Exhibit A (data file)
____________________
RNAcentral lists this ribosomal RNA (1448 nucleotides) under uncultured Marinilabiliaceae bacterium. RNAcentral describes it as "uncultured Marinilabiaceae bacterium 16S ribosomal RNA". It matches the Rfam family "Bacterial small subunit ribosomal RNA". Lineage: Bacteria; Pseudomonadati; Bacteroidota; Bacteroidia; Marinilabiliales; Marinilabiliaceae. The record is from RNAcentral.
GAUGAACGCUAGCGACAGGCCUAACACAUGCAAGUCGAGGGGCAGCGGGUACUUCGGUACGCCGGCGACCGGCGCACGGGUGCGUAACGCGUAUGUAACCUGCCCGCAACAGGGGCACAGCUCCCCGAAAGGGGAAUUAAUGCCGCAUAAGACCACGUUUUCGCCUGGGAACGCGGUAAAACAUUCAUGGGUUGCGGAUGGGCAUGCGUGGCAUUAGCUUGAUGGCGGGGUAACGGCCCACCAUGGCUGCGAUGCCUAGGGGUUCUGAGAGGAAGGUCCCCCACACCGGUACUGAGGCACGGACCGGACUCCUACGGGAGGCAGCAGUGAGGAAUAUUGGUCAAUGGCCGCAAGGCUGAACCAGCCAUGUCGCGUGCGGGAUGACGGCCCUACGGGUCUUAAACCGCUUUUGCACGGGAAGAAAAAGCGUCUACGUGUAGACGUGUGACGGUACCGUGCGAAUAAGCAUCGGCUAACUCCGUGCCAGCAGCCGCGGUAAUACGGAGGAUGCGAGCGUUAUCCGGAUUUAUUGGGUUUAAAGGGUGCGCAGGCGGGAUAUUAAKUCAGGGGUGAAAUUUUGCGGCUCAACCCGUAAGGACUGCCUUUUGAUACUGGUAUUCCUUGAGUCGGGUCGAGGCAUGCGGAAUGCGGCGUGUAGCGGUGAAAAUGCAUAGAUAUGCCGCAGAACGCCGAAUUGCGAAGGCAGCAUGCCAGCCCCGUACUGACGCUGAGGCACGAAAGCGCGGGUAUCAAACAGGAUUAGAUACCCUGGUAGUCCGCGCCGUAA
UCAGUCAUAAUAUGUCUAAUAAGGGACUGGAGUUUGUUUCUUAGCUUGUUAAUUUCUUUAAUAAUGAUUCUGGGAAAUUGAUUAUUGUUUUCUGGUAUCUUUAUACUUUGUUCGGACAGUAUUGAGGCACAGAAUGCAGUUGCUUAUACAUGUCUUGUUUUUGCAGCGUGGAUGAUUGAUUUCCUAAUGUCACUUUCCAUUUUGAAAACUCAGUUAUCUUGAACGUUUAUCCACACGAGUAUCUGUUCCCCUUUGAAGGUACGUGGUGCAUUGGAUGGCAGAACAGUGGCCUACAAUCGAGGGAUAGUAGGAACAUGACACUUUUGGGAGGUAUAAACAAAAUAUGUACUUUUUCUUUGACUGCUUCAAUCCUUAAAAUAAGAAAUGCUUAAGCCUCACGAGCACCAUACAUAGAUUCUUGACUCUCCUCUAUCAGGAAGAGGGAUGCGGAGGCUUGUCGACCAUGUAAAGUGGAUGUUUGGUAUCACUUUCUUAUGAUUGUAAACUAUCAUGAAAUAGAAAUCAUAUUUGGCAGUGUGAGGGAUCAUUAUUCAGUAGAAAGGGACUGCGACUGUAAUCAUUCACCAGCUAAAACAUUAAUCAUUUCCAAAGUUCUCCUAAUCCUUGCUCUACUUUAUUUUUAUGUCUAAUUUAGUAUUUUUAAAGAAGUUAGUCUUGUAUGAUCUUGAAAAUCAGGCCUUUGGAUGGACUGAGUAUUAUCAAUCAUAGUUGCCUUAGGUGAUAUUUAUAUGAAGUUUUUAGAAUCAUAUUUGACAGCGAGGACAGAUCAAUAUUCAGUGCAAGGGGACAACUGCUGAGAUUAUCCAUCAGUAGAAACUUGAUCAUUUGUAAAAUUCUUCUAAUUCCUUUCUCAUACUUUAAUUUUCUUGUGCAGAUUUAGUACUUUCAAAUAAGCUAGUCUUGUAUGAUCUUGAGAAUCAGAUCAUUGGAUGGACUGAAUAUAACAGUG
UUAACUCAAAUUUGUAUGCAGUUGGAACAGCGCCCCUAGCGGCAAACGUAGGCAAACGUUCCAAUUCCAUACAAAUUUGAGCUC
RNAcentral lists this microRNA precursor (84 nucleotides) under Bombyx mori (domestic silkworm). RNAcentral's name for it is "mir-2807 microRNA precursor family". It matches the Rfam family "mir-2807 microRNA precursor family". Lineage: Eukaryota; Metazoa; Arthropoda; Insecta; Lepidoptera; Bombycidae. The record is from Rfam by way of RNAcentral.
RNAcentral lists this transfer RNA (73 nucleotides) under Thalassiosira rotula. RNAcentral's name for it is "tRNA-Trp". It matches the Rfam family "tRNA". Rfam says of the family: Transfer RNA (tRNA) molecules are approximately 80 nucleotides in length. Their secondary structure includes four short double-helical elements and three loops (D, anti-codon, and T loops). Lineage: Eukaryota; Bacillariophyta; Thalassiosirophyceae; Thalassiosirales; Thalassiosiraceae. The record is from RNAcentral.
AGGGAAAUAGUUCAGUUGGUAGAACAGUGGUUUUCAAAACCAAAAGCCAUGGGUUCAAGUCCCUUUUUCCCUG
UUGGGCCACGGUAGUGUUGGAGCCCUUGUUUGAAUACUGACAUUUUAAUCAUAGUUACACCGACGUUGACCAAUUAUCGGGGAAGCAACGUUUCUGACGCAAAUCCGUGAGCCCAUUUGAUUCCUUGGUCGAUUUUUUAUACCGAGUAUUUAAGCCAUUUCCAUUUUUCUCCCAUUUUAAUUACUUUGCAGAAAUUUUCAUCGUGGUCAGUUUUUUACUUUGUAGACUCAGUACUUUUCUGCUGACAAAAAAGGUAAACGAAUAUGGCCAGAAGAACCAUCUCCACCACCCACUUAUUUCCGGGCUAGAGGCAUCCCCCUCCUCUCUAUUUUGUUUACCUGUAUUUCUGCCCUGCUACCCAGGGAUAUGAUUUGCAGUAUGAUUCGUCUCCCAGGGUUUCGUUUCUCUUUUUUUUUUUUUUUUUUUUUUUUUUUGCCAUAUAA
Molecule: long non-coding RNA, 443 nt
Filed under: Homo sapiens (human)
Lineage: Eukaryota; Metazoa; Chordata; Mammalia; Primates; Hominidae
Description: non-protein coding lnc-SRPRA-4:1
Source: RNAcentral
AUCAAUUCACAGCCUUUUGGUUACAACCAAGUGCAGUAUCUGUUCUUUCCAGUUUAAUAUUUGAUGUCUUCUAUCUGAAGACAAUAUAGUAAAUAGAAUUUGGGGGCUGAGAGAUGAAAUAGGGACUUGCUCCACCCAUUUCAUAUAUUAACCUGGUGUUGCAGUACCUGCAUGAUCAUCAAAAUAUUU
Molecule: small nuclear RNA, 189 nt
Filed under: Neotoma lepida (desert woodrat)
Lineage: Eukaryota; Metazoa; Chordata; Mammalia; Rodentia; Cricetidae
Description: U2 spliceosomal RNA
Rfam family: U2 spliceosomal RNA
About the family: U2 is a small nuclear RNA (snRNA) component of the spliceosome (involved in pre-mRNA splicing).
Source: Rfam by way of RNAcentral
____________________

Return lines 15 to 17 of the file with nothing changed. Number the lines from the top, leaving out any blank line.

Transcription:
Molecule: small nuclear RNA, 189 nt
Filed under: Neotoma lepida (desert woodrat)
Lineage: Eukaryota; Metazoa; Chordata; Mammalia; Rodentia; Cricetidae